Most of NIMA's city maps are replaced every six to 10 years. NIMA officials say the map of Belgrade, which was completed in 1997 and reviewed for sufficiency in 1998, was considered so new that neither the Pentagon nor the CIA asked NIMA to revise it when NATO began bombing Yugoslavia in March.
One congressional aide who monitors the U.S. intelligence community argues that NIMA is at fault for not keeping its database up to date. But the aide also acknowledges that NIMA's records are only as good as the information it can obtain. He noted that the State Department still provided the Chinese Embassy's old address when it gave NIMA a new listing of Chinese embassy addresses worldwide a month after the embassy bombing in Belgrade.
"It just proves--garbage in, garbage out," the staffer said.
NIMA's maps are assembled by analysts who are fluent in dozens of languages and use maps collected openly and surreptitiously around the world. One cavernous room inside NIMA headquarters is filled, floor to ceiling, with map cases; there are seven drawers of maps of Tehran alone.
But the first tourist map of Belgrade located by the CIA that correctly listed the embassy's new address was printed by a Belgrade firm in 1998. That map, officials noted, mislabeled the street on which the Chinese Embassy was located.
"It's tremendously complicated," one official said of the mapmaking process, "because you get conflicting information."
Although NIMA failed to update its Belgrade map at the start of the conflict, the agency was far from idle. With hundreds of analysts working round the clock, it churned out 30 new maps of other Yugoslav cities and towns as well as the computerized terrain models for the Apache helicopters.
NIMA was able to produce the 3-D imagery quickly because it had been working on a Pentagon project to chart low-level obstructions around the globe. That project, in turn, stemmed from the agency's previous source of embarrassment, the 1998 accident in which a U.S. EA-6B Prowler jet based in Aviano, Italy, struck a 370-foot-high gondola cable in the Alps, sending 20 skiers plunging to their deaths.
The Marine pilots blamed a NIMA aeronautical chart for not showing the cable. But the chart warned that not all vertical obstructions above 200 feet were depicted. It also said clearly that flying below 1,000 feet was prohibited in that area. For NIMA, says the congressional aide who monitors intelligence, "Aviano is clearly a bum rap."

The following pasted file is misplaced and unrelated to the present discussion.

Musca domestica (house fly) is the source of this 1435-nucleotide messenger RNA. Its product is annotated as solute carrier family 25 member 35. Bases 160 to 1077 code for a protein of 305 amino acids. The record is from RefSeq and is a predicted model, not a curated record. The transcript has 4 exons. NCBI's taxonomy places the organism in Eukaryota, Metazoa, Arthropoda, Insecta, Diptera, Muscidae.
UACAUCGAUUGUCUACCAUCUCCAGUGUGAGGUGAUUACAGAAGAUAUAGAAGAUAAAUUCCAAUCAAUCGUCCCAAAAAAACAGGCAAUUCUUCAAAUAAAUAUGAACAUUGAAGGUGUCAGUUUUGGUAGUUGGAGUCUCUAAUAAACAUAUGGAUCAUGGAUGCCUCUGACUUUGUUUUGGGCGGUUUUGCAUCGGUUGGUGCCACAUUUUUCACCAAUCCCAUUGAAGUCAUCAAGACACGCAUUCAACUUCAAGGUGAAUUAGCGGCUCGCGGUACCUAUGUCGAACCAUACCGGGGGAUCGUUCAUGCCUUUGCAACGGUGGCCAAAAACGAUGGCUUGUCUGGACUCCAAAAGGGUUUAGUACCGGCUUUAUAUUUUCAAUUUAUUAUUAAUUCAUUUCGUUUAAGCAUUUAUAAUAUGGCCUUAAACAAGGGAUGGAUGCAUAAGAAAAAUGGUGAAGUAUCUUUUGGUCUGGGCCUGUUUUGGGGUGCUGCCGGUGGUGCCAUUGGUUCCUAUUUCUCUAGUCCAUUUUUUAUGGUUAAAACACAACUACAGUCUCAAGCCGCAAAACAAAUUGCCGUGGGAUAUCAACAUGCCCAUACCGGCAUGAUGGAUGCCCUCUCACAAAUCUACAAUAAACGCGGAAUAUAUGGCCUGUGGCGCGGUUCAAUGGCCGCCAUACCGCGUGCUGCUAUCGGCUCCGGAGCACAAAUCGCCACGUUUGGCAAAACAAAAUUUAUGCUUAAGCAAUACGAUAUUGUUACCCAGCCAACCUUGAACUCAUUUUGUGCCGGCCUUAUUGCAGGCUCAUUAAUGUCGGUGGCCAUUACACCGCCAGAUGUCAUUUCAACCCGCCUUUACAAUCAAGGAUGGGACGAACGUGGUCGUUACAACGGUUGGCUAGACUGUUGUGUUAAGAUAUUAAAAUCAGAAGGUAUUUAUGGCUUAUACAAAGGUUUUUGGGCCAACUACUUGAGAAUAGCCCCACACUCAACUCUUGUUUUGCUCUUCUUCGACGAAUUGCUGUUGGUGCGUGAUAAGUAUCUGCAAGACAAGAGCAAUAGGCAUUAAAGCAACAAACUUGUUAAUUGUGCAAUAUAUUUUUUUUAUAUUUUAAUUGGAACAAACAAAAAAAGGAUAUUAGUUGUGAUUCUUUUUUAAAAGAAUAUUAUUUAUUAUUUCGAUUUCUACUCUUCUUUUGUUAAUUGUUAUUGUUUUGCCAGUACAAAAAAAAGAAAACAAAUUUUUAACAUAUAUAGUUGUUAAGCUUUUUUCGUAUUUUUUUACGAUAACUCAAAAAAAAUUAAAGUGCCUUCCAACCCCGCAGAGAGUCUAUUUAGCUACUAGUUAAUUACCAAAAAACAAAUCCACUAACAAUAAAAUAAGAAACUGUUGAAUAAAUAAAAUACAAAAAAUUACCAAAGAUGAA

After the Chinese Embassy bombing, Pentagon officials directed NIMA to draw up new maps identifying hundreds of "no strike" buildings such as embassies, churches, schools and hospitals across Yugoslavia. That caused NIMA cartographers to interview people with firsthand knowledge of various cities and to show them classified satellite photos, block by block, to determine each building's purpose.
"This is the first time we've ever had to do this," one NIMA official said. "To do this job properly requires all-source work--it requires human intelligence. You can't tell what goes on inside most buildings from imagery."
Right Coordinates, Wrong Building
An American bomber accidentally destroyed the Chinese Embassy on May 7, killing three and wounding more than 20. Here is the
map that was used and how the target was determined.
1. The arms agency and the Chinese Embassy were both shown as unidentified buildings 300 yards apart on the map.
2. An intelligence officer got the correct address of the Yugoslav arms procurement agency from the Internet because the agency was not located on the map at left.
3. The officer used the numbering of buildings on parallel streets to mistakenly identify the embassy as the arms agency.
4. He took the map to an expert in aerial photography who determined the coordinates of the targeted building.
5. The bombs accurately hit those coordinates.
6. A cross-check of various databases listing sensitive sites, such as schools, hospitals and embassies, failed to catch the error because the data had not been updated after the Chinese Embassy moved in 1996.
CAPTION: A Marine checks damage to U.S. Embassy in Beijing incurred when protesters attacked it three days after the Chinese Embassy was bombed in Belgrade.